Here are some one-liners you can use in your work, if you want, but no pressure, mm-kay?

… for all the reasons why.                                        

… because no one could.                                           

… underneath the shimmering stars.

… when I look into your eyes.                                  

… inside my heart.

… around the merry-go-round to me.                        

… before we knew it all.                    

… into the mist they went.                                       

… until the world grows wise.

… between the lines.                                                 

… where I find my place in you.       

… beyond the realm of reality.                                   

… behind the lies comes truth.

… somewhere inside my heart.                                 

… after the rain came to an end.        

… amid the burning embers.               .                                   .

Now, go forth, my suave poet, and use one of these prompts or come up with your own prepositional phrase to make some memorable poetry. I can’t wait for you to share your poetry with me!

~ Brooke E. Wayne

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CLASSIC POET’S CORNER: Edgar Allan Poe

A Lesson in ONOMATOPOEIA

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CLASSIC POET'S CORNER: Edgar Allan Poe
A Lesson in ONOMATOPOEIA

Onomatopoeias fall under the poetic device of Imagery, which taps into all five senses. The star of the show for this term is sound. This device uses words that actually imitate the sound they’re describing. Using words as sound effects makes for an imaginative playground in your head. Wrap some SLAM poetry around a handful of onomatopoeias, and your competition doesn’t stand a chance the minute you step up to the mic. This poetic device beckons to be spoken aloud. But, if you’re the silent type, that’s okay. You do you. Just feel free to load up your poems with words that trickle off the tongue with every intention of evoking emotion, or at least let others whisper them while they read your work.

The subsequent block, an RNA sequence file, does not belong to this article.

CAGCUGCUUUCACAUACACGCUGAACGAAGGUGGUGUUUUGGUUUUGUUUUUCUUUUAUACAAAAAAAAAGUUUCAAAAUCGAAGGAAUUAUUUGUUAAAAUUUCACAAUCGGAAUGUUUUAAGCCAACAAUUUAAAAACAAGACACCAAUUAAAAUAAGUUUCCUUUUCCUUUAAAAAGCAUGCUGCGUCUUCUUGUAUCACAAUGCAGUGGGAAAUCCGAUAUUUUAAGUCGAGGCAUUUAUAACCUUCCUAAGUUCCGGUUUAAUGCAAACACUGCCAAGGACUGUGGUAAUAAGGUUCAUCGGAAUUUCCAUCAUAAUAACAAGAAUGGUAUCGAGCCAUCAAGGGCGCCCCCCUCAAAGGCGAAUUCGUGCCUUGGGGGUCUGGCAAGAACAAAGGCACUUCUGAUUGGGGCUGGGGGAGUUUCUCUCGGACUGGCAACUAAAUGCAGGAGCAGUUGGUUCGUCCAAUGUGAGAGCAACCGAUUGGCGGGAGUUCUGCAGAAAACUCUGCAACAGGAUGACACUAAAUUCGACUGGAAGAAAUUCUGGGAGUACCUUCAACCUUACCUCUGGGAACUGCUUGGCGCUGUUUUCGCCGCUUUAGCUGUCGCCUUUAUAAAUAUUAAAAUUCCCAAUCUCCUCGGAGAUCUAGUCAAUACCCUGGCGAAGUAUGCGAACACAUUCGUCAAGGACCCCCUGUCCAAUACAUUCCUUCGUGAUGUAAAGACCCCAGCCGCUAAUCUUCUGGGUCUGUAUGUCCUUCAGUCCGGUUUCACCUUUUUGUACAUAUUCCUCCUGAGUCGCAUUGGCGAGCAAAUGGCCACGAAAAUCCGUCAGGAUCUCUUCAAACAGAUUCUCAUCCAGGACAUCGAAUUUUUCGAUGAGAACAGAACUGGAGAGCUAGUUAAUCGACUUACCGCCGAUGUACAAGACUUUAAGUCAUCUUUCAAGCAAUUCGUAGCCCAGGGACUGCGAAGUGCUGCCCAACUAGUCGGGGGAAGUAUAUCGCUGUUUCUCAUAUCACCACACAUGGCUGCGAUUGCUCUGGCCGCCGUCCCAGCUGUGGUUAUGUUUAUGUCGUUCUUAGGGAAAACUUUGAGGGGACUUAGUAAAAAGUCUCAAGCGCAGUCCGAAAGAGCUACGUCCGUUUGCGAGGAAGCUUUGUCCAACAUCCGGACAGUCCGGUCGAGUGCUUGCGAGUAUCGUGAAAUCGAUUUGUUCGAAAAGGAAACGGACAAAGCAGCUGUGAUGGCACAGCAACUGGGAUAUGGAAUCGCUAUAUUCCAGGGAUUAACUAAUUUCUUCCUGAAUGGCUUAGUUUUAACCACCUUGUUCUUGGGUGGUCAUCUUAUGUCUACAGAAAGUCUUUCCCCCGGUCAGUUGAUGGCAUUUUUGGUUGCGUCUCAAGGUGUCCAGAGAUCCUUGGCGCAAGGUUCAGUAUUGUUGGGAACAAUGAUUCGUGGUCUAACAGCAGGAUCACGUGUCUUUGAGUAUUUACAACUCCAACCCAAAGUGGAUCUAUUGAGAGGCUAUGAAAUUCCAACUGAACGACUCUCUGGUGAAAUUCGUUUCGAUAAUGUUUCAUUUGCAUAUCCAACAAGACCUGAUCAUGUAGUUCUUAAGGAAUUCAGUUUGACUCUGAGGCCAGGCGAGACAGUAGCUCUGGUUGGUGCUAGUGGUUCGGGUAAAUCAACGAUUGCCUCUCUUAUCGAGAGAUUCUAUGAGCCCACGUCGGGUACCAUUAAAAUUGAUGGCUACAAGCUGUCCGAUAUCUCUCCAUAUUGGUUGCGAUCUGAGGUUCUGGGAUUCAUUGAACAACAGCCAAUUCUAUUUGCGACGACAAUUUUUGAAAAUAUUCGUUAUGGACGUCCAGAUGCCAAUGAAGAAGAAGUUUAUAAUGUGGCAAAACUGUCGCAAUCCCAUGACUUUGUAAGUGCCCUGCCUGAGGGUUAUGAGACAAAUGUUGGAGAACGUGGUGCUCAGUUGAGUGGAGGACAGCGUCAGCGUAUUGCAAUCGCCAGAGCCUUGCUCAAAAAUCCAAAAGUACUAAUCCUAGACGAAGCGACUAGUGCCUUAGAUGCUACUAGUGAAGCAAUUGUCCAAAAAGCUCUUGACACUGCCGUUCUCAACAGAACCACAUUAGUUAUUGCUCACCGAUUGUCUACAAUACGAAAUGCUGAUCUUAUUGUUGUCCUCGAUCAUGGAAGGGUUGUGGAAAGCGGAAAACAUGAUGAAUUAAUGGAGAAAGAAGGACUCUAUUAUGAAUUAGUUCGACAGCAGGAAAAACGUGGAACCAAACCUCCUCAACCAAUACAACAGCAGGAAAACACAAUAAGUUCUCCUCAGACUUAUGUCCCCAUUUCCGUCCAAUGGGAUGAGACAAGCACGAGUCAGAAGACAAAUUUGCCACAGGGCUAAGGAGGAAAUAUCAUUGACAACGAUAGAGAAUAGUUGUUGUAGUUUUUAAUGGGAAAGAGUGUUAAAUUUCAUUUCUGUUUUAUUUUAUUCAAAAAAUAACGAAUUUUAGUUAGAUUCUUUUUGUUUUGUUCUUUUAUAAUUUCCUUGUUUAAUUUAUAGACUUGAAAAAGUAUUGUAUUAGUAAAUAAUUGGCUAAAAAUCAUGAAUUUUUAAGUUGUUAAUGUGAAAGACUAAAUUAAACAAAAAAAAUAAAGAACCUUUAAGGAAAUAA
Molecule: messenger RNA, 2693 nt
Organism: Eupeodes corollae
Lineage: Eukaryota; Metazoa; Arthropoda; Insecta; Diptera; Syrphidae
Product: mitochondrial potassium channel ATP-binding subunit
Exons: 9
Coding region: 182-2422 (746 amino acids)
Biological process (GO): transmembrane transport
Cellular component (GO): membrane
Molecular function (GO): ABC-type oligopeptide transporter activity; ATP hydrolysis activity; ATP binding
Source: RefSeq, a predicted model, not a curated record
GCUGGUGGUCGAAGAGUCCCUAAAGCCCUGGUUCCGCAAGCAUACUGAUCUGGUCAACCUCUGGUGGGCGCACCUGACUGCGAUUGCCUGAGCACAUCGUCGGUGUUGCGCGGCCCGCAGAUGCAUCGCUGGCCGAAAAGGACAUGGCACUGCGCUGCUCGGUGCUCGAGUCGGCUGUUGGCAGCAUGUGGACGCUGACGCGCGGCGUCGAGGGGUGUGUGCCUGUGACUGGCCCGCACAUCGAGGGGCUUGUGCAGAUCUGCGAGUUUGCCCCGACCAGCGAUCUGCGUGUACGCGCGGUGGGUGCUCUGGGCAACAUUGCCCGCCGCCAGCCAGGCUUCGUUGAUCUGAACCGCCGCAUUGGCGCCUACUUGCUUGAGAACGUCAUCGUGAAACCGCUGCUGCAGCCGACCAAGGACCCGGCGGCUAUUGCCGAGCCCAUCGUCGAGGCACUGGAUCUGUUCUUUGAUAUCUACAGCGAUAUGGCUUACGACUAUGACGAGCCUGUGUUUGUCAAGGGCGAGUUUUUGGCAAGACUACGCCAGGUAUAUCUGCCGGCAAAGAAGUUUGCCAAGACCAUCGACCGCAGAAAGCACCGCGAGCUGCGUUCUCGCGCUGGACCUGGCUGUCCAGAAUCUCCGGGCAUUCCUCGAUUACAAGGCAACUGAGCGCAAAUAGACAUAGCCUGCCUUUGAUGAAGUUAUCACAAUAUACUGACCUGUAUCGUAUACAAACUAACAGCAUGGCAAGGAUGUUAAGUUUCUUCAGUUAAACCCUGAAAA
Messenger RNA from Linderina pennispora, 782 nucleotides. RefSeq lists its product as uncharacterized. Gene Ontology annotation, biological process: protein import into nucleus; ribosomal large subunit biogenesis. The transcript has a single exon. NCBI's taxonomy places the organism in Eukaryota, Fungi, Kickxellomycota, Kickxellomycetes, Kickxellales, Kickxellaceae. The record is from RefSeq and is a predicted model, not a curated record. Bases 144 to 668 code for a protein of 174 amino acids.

Lots of people think of words like, “pow,” “zoom,” “boink,”–or any other 1960s-Batman-television-show variety–when they think of onomatopoeias. Those are fine. Maybe even a little, meh. I challenge you to level up with some better choices that serve a stronger purpose in the poems you write. Choose onomatopoeias that actually have meaning and provoke sound imagery within a setting you’ve created in your poem that includes other senses, too. My workbook and journal has an extensive list of words to use for every sense. You should take a peek, and use as many as you want.

If the example provided by Poe doesn’t do it for you, check out the complete version of his poem, “The Bells.” I wanted to use the full poem, but since it’s super long—I took a pass worried that my readers would lose interest and want to get right down to writing instead of reading the whole thing. “The Bells,” though, is the quintessential example of all things onomatopoeia, so when you have the time of day (or night—this is Poe we’re talking about, night is a good time to set the mood), then do an Internet search for it and enjoy hearing all the different sounds of the types of bells he celebrates in his poem.

For this exercise, here’s a list of onomatopoeias that would love to hang out in a verse that comes to life with other sensory details:

Trickle          Sputter         Squeak         Crackle            Clap             Squeal

Hush             Howl               Sizzle              Rev                  Woof             Mumble

Gurgle          Warble            Smash             Ring                Splash           Click

Stutter         Whisper          Whine             Fizz                Tick-Tock       Thud

Gulp             Chug              Slurp               Rattle              Slosh               Clip

Here are some scenarios to bring to life with a few sound descriptors:

A lifeboat with two survivors drifting on the turbulent sea, pitch black, nothing but stars …

A hungry wolf stalking its prey, ribbons of neon green flowing above them, the full moon dances with the Northern Lights …

A field of tulips in every color imaginable, a swarm of bees feast on all the nectar …

A man stands in the rain outside her window, drench, shaking, wondering if she knows …

A shark cruises the shoreline, his fin slicing the undulating waves, a surfer mounts his board …

Now, go forth, my word-whisperer, and make some noise all up in those sweeeet poems of yours. I can’t wait for you to share your work with me!

~Brooke E. Wayne